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The first battle during the Confederate invasion of Kentucky in 1862 (American Civil War). General Edmund Kirby Smith, commander of the Confederate forces at Knoxville, launched his expedition on 14 August and quickly entered Kentucky. Late on 29 August his advance guard encountered a Union force, near Richmond, Kentucky. At this point, Kirby Smith had around 6,000 men with him, having sent part of his force on a different route through the mountains that guarded east Tennessee. The Union force he faced was 6,500 strong, potentially quite large enough to badly wound the Confederate army. Despite this, Kirby Smith judged that it was worth risking an attack. One major aim of the invasion of Kentucky was to win that state over to the Confederate cause. Backing away from the first Union army encountered would hardly encourage potential Confederate supporters in the state.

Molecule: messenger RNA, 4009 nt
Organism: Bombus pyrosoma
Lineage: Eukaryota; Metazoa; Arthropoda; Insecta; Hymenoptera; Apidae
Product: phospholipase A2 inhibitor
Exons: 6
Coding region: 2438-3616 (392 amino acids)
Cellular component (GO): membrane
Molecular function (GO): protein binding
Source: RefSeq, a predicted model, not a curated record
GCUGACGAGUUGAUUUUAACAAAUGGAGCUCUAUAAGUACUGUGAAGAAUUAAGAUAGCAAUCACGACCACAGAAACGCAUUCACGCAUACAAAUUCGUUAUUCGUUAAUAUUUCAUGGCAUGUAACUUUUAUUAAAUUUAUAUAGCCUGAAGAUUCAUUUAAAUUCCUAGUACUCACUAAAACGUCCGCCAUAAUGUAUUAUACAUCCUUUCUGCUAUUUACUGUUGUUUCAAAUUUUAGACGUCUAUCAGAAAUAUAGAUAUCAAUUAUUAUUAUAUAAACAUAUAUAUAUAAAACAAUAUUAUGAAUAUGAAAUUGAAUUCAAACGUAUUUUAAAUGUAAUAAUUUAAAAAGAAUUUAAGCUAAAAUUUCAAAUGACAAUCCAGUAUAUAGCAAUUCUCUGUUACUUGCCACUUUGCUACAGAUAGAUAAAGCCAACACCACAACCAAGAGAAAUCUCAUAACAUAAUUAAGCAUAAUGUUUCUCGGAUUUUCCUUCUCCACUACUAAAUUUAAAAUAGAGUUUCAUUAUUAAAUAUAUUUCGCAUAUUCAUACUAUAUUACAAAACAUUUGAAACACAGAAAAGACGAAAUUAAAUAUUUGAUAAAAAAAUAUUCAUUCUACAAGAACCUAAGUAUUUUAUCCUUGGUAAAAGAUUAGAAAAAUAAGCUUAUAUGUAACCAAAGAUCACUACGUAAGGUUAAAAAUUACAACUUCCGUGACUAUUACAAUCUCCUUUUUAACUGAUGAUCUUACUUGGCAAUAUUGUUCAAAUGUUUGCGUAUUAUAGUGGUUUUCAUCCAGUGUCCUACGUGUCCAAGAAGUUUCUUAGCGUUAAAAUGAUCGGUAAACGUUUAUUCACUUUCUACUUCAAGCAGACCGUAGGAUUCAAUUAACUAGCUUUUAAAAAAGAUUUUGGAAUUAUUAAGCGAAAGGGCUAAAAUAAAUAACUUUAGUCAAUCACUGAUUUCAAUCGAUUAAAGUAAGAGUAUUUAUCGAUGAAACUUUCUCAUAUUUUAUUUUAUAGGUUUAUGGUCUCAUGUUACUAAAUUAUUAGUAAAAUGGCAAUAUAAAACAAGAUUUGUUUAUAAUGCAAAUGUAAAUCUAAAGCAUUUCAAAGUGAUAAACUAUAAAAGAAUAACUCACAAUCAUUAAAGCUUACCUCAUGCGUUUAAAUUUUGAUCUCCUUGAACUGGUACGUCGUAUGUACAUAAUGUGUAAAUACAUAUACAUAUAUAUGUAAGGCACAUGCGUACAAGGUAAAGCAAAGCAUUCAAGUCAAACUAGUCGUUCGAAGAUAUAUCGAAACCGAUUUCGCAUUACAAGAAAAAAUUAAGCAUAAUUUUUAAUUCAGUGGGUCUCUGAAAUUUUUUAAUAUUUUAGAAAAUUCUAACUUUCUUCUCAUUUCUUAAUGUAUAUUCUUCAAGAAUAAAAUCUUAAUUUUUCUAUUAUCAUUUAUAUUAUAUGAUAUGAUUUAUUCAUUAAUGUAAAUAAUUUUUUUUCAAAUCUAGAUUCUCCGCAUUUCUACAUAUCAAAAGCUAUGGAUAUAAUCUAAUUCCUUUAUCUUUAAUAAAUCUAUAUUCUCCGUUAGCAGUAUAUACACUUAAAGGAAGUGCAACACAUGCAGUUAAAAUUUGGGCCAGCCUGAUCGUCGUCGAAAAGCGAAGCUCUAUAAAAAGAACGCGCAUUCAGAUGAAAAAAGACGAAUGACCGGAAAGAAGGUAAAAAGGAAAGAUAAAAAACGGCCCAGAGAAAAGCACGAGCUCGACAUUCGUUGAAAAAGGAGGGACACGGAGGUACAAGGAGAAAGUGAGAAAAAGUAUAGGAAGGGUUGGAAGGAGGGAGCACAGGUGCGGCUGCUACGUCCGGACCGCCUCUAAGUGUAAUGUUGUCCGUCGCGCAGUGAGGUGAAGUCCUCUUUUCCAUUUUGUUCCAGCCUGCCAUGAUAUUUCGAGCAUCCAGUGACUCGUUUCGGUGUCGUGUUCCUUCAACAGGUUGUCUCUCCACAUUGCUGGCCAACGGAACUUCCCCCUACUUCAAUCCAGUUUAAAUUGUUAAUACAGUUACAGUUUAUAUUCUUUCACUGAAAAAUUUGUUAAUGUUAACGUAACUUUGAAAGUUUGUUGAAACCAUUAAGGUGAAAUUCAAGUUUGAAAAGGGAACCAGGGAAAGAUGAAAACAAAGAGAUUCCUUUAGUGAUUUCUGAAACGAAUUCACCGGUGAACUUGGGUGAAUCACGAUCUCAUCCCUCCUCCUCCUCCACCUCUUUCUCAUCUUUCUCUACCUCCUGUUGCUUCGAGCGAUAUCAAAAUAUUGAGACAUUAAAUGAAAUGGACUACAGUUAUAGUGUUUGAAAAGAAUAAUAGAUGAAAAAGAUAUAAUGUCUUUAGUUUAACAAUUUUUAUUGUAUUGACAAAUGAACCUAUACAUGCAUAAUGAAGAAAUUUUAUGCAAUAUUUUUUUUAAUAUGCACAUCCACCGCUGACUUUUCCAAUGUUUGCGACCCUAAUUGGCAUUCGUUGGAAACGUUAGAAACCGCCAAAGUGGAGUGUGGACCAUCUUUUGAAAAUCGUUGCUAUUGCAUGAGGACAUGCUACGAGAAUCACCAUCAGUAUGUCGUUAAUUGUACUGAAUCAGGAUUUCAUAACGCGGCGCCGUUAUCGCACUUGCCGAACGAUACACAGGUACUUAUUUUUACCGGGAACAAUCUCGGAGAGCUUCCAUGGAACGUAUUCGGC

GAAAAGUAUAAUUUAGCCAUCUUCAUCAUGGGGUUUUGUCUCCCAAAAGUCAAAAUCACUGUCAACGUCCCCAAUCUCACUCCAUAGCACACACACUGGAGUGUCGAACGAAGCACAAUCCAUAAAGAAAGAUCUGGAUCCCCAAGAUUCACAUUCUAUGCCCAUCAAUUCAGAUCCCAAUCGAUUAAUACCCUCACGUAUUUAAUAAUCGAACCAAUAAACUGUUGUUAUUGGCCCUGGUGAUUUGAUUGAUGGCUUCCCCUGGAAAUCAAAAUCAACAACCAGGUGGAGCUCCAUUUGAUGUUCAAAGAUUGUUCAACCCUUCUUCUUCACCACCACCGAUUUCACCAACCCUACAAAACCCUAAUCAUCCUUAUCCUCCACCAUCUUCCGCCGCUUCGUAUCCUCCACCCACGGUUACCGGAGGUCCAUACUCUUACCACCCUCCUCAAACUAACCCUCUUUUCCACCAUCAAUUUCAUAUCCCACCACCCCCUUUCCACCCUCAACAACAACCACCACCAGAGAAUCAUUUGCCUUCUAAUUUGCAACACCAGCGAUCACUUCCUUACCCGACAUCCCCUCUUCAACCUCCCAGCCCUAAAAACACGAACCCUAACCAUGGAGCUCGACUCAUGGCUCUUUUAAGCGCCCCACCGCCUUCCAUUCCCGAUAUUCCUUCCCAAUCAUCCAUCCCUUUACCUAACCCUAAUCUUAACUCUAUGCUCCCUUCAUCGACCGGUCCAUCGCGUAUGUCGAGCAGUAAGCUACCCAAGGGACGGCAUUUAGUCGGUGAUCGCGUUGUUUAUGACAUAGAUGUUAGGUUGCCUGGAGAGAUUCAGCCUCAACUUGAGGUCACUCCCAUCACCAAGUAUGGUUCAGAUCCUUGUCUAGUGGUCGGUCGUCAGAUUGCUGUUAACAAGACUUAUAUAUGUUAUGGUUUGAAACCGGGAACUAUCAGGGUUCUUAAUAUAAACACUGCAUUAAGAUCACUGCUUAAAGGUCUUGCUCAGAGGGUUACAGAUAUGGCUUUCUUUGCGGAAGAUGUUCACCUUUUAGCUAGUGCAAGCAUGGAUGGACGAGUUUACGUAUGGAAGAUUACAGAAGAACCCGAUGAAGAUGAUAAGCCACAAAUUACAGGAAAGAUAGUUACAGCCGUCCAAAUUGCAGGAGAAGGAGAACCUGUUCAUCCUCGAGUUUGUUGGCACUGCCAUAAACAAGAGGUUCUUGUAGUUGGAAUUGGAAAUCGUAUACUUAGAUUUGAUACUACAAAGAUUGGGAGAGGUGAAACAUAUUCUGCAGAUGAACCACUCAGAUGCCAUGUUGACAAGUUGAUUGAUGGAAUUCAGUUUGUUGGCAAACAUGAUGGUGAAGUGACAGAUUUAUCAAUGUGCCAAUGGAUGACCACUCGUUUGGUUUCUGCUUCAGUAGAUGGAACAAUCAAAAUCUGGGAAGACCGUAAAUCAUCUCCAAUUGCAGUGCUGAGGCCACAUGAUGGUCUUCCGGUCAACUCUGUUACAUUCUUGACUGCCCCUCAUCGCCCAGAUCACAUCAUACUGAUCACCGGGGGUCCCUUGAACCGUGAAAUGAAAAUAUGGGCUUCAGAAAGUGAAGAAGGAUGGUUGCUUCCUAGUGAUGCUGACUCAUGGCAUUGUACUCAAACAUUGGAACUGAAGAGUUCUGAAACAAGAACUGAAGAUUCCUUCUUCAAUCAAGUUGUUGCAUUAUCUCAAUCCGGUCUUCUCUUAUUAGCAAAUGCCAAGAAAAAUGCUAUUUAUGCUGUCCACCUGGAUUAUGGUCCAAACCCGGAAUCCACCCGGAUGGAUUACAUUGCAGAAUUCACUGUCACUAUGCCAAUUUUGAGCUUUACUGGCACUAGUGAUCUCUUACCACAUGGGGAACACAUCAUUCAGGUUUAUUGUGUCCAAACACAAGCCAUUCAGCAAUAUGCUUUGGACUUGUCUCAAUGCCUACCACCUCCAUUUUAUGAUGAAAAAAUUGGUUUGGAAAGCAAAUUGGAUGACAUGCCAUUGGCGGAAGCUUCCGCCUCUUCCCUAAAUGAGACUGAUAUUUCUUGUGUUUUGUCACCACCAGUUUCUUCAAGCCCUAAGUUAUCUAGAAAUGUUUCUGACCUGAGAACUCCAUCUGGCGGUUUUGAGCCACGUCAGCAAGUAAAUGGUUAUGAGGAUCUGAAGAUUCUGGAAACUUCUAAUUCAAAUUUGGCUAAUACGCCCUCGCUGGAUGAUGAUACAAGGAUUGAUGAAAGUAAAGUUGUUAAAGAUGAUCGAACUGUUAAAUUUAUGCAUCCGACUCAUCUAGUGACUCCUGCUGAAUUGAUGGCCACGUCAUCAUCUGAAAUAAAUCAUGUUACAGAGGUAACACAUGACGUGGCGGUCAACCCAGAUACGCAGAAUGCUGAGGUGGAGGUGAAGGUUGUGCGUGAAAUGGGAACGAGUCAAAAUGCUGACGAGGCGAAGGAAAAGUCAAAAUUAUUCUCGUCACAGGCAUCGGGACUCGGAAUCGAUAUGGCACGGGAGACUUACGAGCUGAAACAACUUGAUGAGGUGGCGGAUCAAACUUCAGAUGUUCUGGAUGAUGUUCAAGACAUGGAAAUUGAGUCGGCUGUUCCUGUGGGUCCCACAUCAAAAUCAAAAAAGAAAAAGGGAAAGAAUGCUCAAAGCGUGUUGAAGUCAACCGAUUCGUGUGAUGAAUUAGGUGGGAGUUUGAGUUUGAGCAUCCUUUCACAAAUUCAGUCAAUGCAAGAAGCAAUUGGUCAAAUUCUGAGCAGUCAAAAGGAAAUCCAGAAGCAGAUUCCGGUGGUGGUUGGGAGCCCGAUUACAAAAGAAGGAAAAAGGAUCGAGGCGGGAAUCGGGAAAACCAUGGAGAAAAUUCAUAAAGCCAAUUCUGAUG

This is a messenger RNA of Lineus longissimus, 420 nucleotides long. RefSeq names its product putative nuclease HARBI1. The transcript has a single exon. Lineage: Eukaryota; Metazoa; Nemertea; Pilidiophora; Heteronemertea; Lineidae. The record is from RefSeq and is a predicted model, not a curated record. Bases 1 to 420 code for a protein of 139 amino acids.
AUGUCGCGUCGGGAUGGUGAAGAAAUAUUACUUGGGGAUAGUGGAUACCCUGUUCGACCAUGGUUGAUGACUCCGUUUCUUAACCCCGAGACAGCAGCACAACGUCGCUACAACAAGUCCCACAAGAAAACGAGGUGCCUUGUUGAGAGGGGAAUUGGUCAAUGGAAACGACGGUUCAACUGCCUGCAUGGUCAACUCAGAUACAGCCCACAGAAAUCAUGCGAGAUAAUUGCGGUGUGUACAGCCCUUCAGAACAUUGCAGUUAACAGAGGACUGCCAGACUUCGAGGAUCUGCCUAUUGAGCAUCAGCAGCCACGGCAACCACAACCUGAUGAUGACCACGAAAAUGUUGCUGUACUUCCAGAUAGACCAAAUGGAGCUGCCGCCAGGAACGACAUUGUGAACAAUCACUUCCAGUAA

Unknown to Kirby Smith this force was almost entirely composed of new recruits. This was probably fortunate. The Confederate attack was delivered in two waves, starting with General Cleburne’s two brigades before being joined by another two brigades and Kirby Smith later in the day. The arrival of these reinforcements ensured the Confederate victory. The Union right wing was turned, and their first line collapsed. Two attempts were made to form new defensive lines, but each time the line was forced back.
The new troops had fought well, but after the third line was breached they began to surrender in droves. Of the original 6,500 men, 206 were killed, 844 wounded and 4,303 captured. Only 900 or so men escaped to fight on. Kirby Smith had lost 78 dead and 372 wounded, very small losses for the victory he had achieved. However, this was only a minor engagement with little impact on the overall campaign. That would be decided at Perryville, much further north in Kentucky.
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